Fast Eater? 10 Simple Slow-Down Tips

Do you wolf down your food?

If yes, you're not alone.

In our fast-paced culture, most people are speedy eaters. (If you’re not sure, click here.) 
Eating fast is a major stressor on your body. Not only does it agitate your digestive system, leading to gas, bloating, cramping, acid reflux and the like, it also compromises your body’s ability to effectively absorb nutrients and metabolize food. 
Rapid-fire consumption can also lead to overeating, binge eating, cravings, low energy, cruddy sleep and other unpleasant side effects. 
Is eating fast worth feeling like crap? 
How to Put the Breaks On
How you eat is just as important as what you eat. Here are 10 simple tips to help you put the breaks on your fast eating: 

  1. Unitask. Only eat when you eat. Don’t watch TV, send texts, answer emails, fold laundry, drive your car, etc. You can’t pay attention to how you’re eating if your head is somewhere else.
  2. Sit at a table. Doing so tells your brain it’s mealtime, enabling it to better prepare for the incoming food. Eating while standing at your kitchen counter or walking down the street splits your attention diverting resources away from the digestive process. 
  3. Make time. Allocate more time for your meals so you’re not forced to rush—at least 20 minutes, ideally longer.
  4. Give it a rest. Set down your fork, spoon, sandwich, taco, pizza slice, etc. and rest your hands in your lap in between bites of food. 
  5. Chew thoroughly. Most folks chew a bite of food about five times before swallowing, which is most likely not enough, unless you’re eating mashed potatoes. Take smaller bites and try chewing each bite to smoothie consistency. Research shows chewing more leads to eating less and lowers ghrelin levels, the hunger hormone.
  6. Eat with your non-dominant hand. It will feel awkward, but it will definitely slow you down. So will eating with chopsticks if you suck at using them, like I do. 
  7. Sit next to a slow eater. Try to match his or her pace. 
  8. Take a few deep breaths. Before you dive into your meal, take three slow, deep breaths. Repeat a few times through out your meal. Doing so will slow down your pace and shift your body from the stress response to the relaxation response, the optimal state for digestion and metabolism.
  9. Play slow, mellow music. Just as fast-paced tunes encourage fast-paced workouts, they also encourage fast-paced eating.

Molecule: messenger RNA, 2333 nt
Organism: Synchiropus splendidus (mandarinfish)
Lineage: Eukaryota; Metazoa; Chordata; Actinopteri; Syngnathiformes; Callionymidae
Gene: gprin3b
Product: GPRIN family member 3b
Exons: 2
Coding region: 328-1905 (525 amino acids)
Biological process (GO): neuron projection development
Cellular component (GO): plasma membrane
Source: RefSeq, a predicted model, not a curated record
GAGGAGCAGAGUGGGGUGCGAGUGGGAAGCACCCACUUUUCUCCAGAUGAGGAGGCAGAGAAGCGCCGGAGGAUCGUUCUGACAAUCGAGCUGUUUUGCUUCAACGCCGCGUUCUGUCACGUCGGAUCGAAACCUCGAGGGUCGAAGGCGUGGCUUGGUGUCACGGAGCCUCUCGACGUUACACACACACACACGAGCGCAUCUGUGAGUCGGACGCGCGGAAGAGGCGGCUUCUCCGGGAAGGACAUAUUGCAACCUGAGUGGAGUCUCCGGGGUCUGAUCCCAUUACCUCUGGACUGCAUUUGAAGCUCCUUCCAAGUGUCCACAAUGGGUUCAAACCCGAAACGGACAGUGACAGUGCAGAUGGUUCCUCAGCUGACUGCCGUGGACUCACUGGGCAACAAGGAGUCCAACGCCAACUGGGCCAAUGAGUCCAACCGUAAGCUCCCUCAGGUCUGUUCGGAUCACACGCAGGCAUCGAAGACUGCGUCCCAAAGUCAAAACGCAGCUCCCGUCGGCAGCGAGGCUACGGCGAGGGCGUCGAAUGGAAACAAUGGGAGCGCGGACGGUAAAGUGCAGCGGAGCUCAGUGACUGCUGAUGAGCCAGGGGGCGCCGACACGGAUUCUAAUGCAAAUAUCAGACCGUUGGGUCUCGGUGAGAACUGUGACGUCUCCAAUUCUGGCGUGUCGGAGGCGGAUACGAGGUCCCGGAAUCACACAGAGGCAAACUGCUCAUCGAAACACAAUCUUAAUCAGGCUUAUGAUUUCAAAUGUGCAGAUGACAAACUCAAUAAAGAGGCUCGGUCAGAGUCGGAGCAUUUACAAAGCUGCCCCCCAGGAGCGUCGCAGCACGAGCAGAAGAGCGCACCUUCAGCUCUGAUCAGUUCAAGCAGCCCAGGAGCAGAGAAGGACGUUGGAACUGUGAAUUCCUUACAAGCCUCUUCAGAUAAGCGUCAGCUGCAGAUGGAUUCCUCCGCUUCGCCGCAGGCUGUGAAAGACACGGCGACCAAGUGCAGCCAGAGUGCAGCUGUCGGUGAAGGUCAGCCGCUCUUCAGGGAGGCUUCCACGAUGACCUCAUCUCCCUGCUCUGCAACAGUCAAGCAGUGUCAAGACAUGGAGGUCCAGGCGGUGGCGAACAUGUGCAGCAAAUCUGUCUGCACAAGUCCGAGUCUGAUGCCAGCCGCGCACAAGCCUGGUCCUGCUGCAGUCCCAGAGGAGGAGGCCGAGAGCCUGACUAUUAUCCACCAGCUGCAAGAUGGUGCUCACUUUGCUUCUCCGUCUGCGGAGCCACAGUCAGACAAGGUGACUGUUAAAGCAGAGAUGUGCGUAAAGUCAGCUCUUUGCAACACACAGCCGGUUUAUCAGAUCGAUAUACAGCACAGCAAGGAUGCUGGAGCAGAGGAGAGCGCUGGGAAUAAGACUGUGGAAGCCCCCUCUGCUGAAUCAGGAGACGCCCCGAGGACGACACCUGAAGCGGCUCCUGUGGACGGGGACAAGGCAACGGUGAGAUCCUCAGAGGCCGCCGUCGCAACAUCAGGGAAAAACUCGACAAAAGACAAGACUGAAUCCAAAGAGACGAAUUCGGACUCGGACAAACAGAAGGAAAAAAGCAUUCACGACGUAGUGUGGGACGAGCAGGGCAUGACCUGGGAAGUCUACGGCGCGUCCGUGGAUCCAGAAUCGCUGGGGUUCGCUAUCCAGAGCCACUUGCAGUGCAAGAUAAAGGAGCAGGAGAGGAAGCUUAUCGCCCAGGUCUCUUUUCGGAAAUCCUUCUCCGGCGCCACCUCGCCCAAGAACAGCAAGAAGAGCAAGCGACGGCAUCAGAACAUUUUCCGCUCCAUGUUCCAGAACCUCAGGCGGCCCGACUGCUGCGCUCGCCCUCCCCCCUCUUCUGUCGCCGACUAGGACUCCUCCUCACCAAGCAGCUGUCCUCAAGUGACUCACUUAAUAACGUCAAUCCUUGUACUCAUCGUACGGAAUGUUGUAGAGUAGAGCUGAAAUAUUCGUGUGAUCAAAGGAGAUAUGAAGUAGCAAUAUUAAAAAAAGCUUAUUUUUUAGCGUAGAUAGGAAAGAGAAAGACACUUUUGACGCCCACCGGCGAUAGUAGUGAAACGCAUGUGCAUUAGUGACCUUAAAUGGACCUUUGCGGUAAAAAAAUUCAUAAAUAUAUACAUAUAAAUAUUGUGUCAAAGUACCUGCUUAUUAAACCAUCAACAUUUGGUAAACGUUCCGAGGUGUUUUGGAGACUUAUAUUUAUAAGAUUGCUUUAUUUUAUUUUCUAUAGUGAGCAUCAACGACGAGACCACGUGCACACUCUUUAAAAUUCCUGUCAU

10. Forgo fast food. It's designed to be eaten fast.

Your first attempts at eating slower may leave you feeling bored, restless or frustrated. Stick with it. Over time, it will become second nature. As I've seen with myself and with my clients, the results will be worth it.

Are You Like This Woman on the Bus?

Recently, I was riding the bus when a passenger sitting near the front caught my eye. I was transfixed by how fast she was eating from a takeout container. I’ve seriously never seen anyone inhale food so rapidly, not even at a hot dog eating contest.

All the sudden, she started having a coughing fit. As I realized she was choking, her eyes rolled back into her head and she passed out on the floor! A guy near me ran to help her as I reached for my phone to call 911. Thankfully, she came to within a few seconds, was able to clear the obstruction, and the bus went on its way.

Your Body is Always Talking to You
While this is an extreme example of the possible consequences of fast eating, it serves as a good reminder that your body will always try to tell you when something you're doing isn’t working for it. Sometimes, as in this woman’s case, it will need to yell to get your attention. Her choking was a desperate scream from her body that it could not handle her rapid-fire eating.

Signs You’re Eating Too Fast
Whenever I bite my lip or tongue while eating, I know it’s a sign that I’m eating too fast. Here are some other red flags—some subtler than others—that signal you may be chowing down too quickly.

  • Burping
  • Flatulence
  • Heartburn
  • Regurgitating food
  • Bloated belly
  • Stomach pain  
  • Sensation of a “brick” in your belly
  • Overeating
  • Very little memory of actually eating your meal
  • Desire to eat again shortly after your meal
  • Food cravings
  • Lack of pleasure or satisfaction from your meal
  • Undigested food particles in your stool
  • Sluggishness
  • Lethargy
  • Constipation
  • Diarrhea

Of course, other things can cause these conditions as well. However, if you are experiencing any of them, I encourage you to experiment with eating slower, including thoroughly chewing each bite, to see what impact it has. 

Slowing down does require dedicating more time for your meals, ditching distractions, and committing to changing the way you’ve probably been eating for decades. In the beginning, it also requires a hearty dose of patience until it becomes second nature. If you persevere, I promise you, the results will be worth it.